D DOZEN-Twelve Dallas Ghost Stories

1. The Doll Howe-In the wealthy Bluffview area of Dallas sits ahouse, always darkened at night except for a light in one upstairswindow. There, on occasion, you can see a little blonde-haired dollhanging from a noose, swinging slowly. It is said that the little girlwho lived there long ago was brutally murdered by an intruder. Themother, unable to control her grief, went insane. And now, on certain nights, she puts her child’s favorite doll in the window.

2. The Delta Ghost Crew-In the middle of the night at D/FW Airport,people claim to have seen an Airtrans car carrying a flight crewwearing Delta uniforms. The crew circles round and round the airport, as if they are searching for something. Could it be? Are theythe ghost crew from Delta Flight 191 looking for their airplane?

3. The teenage Ghosts of Goar Park-Long ago, in this little park locatedin the heart of a University Park neighborhood, two teenage loversmet for a tryst late one night by the banks of the pond. The nextmorning, they were found by the dam, drowned, their hands stillclasped together. Some believe the two made a love pact and thenkilled themselves. At night, if you sit very quietly beside the pond,you can hear the girl saying softly, “I love you, forever.”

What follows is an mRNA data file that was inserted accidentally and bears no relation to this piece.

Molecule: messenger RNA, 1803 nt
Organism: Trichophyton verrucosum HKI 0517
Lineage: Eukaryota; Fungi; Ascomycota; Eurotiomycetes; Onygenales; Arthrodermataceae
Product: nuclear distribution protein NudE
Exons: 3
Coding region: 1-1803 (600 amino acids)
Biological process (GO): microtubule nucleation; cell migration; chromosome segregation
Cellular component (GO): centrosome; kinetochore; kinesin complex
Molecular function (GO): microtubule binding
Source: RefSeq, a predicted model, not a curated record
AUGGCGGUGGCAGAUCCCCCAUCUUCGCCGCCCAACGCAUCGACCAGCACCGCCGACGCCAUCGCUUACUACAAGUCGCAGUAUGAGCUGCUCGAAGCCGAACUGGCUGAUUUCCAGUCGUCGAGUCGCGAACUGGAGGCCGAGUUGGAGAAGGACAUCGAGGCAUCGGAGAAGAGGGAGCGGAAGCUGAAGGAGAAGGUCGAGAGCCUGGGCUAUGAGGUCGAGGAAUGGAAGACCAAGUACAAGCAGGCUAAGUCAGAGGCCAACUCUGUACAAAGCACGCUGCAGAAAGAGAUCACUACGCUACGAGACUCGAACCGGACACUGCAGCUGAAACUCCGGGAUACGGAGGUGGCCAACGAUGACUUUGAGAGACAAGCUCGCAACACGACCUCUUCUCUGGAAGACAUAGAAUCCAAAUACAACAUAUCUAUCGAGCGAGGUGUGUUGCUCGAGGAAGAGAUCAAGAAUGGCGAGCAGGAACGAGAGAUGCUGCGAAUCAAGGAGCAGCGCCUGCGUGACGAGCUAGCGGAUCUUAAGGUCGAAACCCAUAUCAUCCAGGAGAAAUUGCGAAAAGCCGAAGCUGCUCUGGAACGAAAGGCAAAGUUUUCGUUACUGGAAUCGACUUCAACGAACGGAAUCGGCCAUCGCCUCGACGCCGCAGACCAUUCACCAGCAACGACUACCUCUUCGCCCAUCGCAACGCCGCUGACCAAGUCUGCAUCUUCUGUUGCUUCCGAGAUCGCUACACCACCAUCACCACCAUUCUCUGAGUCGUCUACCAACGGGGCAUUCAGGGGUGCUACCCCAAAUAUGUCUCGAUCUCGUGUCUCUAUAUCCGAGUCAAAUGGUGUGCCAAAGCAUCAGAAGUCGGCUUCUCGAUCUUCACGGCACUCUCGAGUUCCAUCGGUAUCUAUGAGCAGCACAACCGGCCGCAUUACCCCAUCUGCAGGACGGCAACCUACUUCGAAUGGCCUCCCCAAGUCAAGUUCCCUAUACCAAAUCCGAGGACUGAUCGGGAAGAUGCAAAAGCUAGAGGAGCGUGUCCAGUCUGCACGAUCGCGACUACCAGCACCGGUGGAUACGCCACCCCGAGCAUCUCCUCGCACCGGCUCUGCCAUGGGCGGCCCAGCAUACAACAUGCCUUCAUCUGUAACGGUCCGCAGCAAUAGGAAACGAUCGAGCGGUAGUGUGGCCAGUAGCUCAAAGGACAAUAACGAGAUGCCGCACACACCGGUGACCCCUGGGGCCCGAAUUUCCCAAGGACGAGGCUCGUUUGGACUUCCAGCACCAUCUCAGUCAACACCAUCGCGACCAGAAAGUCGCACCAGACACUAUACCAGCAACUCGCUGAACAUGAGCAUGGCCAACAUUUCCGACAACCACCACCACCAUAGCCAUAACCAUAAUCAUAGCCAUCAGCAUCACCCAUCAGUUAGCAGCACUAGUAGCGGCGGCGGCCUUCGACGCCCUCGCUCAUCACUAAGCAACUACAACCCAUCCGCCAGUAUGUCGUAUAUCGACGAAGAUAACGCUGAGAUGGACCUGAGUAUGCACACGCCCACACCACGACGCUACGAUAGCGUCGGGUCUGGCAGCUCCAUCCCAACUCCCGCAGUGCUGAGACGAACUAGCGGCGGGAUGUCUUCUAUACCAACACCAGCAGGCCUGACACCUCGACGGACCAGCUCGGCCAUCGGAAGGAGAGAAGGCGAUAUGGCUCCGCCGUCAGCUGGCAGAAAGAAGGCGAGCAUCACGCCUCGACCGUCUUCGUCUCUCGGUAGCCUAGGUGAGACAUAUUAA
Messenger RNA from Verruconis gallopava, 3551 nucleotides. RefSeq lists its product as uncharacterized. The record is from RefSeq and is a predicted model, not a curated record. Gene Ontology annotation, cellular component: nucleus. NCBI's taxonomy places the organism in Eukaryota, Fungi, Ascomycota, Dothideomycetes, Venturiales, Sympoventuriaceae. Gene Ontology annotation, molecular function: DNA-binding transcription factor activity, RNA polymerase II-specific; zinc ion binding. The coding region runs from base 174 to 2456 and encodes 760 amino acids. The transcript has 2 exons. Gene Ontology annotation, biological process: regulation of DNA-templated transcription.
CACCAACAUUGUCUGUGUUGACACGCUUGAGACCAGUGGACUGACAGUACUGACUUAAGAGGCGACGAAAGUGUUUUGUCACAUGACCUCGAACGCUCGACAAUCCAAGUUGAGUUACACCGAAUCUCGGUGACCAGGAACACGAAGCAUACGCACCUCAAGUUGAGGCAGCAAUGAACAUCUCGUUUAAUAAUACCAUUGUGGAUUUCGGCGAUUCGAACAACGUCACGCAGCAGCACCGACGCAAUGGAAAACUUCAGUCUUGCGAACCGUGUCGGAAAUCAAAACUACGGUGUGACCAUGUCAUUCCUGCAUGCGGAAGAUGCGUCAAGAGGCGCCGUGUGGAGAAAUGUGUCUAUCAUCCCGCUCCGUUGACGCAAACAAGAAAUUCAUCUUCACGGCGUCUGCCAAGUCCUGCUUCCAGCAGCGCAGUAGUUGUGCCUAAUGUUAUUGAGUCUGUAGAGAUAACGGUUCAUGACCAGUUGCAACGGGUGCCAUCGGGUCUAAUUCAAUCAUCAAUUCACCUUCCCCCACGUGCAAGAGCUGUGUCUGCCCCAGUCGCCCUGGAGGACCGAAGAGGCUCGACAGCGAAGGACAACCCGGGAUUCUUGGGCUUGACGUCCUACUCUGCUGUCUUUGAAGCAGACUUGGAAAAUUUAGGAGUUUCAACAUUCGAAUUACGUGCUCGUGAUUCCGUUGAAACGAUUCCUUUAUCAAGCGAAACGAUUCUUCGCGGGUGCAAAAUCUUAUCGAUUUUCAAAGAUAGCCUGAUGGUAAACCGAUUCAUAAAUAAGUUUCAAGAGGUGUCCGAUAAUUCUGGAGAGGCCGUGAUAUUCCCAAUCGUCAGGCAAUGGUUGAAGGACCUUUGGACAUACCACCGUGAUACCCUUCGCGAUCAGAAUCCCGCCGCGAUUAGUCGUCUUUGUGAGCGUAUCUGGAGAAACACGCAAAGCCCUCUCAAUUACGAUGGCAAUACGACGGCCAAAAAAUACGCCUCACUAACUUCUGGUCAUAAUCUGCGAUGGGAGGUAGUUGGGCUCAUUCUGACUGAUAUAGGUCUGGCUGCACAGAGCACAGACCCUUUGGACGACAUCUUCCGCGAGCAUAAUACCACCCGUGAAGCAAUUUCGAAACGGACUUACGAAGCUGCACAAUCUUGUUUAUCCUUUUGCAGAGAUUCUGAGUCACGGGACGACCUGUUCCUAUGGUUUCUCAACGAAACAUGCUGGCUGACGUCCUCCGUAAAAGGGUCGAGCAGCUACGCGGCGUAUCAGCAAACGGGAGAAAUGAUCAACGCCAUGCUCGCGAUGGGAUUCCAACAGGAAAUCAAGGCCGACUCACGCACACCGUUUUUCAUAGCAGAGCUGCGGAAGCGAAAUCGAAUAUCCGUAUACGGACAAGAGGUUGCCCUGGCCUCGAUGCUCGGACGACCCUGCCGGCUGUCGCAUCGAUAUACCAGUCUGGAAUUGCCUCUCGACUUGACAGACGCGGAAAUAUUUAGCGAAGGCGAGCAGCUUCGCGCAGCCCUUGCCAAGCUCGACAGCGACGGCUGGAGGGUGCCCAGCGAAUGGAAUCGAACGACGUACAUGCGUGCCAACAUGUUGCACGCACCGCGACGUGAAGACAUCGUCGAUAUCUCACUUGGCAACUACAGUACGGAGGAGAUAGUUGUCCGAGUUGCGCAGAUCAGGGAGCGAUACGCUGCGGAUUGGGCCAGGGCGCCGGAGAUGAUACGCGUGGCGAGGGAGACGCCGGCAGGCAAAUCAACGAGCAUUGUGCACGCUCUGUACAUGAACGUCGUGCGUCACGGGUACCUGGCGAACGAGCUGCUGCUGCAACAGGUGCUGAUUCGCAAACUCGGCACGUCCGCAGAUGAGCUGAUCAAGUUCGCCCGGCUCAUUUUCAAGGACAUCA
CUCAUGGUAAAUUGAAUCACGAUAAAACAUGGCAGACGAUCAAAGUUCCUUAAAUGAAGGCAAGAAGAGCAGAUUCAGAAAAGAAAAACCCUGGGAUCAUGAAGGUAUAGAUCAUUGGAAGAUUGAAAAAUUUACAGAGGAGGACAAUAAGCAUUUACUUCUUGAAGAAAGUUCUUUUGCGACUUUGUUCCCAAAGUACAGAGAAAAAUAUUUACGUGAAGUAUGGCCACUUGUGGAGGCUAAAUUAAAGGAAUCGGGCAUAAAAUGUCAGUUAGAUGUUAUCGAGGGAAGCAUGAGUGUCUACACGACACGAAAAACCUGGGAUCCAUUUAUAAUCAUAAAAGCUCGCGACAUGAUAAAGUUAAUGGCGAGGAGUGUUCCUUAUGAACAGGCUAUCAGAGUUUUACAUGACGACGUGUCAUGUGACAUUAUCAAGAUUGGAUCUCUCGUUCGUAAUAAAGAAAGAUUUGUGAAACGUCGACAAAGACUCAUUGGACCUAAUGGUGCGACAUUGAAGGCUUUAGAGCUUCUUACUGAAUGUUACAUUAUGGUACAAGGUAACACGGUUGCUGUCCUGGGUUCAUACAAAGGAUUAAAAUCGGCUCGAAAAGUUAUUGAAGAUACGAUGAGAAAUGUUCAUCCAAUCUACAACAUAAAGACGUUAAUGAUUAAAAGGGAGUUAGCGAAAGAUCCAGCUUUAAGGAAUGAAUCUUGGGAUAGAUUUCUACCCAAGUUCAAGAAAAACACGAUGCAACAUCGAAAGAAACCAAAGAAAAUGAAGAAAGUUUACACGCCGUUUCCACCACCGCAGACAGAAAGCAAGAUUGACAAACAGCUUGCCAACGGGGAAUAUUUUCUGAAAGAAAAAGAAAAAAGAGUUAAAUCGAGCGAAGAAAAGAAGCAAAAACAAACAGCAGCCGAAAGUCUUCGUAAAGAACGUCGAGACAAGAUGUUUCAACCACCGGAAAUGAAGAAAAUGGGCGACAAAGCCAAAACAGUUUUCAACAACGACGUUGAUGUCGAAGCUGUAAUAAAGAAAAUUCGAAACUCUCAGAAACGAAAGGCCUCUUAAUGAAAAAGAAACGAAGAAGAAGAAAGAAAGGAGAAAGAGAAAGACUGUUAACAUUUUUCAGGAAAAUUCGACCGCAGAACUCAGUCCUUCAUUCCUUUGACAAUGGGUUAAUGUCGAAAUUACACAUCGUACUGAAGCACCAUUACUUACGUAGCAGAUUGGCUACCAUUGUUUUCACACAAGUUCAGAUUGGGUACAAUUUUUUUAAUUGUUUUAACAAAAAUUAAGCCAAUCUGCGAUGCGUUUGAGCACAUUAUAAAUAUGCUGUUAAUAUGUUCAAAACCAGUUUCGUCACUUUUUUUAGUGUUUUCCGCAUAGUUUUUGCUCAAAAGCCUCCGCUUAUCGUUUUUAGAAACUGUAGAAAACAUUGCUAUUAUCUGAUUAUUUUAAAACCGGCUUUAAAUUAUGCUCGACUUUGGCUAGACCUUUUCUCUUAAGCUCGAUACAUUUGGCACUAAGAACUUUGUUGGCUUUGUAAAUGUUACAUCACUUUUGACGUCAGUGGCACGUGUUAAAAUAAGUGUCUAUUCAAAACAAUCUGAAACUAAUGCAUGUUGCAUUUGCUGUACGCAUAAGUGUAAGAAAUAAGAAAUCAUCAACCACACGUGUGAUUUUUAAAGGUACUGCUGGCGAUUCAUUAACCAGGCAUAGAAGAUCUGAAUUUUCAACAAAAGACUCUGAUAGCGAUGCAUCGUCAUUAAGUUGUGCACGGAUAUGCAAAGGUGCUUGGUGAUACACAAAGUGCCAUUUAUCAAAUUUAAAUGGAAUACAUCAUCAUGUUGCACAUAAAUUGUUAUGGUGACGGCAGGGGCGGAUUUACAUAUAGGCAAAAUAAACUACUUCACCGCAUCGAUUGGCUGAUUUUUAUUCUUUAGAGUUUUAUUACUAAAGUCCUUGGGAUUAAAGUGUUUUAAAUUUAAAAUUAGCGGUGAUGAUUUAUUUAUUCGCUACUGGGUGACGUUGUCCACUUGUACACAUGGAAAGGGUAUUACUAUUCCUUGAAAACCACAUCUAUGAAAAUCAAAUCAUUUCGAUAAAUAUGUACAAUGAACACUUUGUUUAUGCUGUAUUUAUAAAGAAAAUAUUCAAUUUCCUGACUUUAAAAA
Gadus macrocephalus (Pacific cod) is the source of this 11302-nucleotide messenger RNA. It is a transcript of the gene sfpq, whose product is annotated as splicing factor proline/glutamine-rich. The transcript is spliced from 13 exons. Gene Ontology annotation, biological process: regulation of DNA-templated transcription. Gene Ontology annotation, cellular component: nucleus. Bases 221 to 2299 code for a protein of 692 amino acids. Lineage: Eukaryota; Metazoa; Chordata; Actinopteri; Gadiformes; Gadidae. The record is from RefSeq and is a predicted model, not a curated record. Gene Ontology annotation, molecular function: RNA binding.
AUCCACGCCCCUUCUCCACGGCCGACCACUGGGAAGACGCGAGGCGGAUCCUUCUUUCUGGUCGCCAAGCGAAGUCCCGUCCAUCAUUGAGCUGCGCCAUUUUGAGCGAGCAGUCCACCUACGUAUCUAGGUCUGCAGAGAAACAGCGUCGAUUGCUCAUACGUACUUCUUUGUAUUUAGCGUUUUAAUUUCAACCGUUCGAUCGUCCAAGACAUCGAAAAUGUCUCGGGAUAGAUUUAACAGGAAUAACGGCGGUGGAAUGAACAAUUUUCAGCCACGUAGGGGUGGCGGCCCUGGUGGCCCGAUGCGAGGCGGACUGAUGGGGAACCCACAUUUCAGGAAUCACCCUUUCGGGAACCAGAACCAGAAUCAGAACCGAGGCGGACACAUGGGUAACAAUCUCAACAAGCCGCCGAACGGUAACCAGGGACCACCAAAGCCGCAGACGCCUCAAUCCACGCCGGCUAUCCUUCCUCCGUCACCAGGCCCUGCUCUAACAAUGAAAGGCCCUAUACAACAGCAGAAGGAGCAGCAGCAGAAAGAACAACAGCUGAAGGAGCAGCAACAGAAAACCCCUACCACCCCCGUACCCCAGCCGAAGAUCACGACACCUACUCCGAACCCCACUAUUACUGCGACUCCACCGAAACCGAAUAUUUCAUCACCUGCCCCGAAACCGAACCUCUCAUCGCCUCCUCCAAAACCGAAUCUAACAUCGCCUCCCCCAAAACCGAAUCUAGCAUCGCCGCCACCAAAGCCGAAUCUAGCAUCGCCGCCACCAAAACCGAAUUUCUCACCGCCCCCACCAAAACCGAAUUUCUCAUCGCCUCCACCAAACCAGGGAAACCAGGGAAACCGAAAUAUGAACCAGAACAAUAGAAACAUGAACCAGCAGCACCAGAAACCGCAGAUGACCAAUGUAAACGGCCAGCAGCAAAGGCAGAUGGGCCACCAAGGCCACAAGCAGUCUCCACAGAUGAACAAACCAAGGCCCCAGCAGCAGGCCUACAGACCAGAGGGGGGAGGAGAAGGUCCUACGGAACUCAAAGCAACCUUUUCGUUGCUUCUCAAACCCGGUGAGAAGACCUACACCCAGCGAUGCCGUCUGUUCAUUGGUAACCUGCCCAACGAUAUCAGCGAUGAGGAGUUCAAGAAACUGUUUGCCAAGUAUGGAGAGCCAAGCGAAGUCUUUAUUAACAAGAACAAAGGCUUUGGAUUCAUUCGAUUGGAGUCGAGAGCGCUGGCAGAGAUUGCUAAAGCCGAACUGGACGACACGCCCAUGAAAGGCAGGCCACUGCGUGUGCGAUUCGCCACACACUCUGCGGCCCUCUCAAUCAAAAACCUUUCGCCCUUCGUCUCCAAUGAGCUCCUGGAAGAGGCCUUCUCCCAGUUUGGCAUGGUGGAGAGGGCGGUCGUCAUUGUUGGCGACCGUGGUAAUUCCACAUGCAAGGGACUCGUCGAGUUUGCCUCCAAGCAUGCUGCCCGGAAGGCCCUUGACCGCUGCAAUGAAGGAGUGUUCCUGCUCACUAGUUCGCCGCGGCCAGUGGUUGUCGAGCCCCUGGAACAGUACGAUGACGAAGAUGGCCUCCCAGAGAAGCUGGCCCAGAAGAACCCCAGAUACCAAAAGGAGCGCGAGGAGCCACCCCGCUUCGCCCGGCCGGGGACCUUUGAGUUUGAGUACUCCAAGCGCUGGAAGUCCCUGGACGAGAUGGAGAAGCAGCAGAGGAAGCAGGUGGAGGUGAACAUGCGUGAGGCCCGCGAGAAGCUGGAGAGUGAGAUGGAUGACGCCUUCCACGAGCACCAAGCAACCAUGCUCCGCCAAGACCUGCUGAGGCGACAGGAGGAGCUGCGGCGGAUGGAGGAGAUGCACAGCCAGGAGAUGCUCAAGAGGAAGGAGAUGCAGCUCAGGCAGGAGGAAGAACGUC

4. The Death Bull of the Mesquite Rodeo-Hotshot, one of the greatestbulls in rodeo history, had been badly beaten the night before-arider had stayed on him for twenty seconds. Humiliated, Hotshotcrashed through the gates and stormed off into the night. The verynext day, the cowboy who had successfully ridden Hotshot wasfound trampled to death in the front yard of his home. To this day,many bull riders confess that they are awakened in their beds lateat night by a strange sound. Outside their window, they hear a snort,a pawing at the ground, and then hoofbeats, as the strange creatureof the night slips away into the darkness.

5. The Crying Children of Carrollton-Around the turn of the century, a strange new family moved into a shack on the town’s north side. The three children were very solemn and didn’t play or act like other kids. One day the family disappeared and was never heard from again. Several months later, a peddler came into town visibly shaken and ghostly white. He said that while walking on the north side of town he had heard a child crying. When he turned around there were three children. But as soon as he started walking toward them, they disappeared. To this day, people claim to hear children crying when they are walking in that area at dusk.

6. The Lady of White Rock lake-In the inky darkness past midnight,around White Rock Lake, a young woman is often seen standingbeside the road, clad in dripping wet clothes. Sympathetic driversusually pick her up, whereupon she asks to be taken to a certain address. When they arrive, she is gone: all that remains is a cold,damp seat where she was. Upon inquiring at the house about heridentity, startled drivers learn that she is the ghost of the residents’daughter who drowned in White Rock Lake many years ago.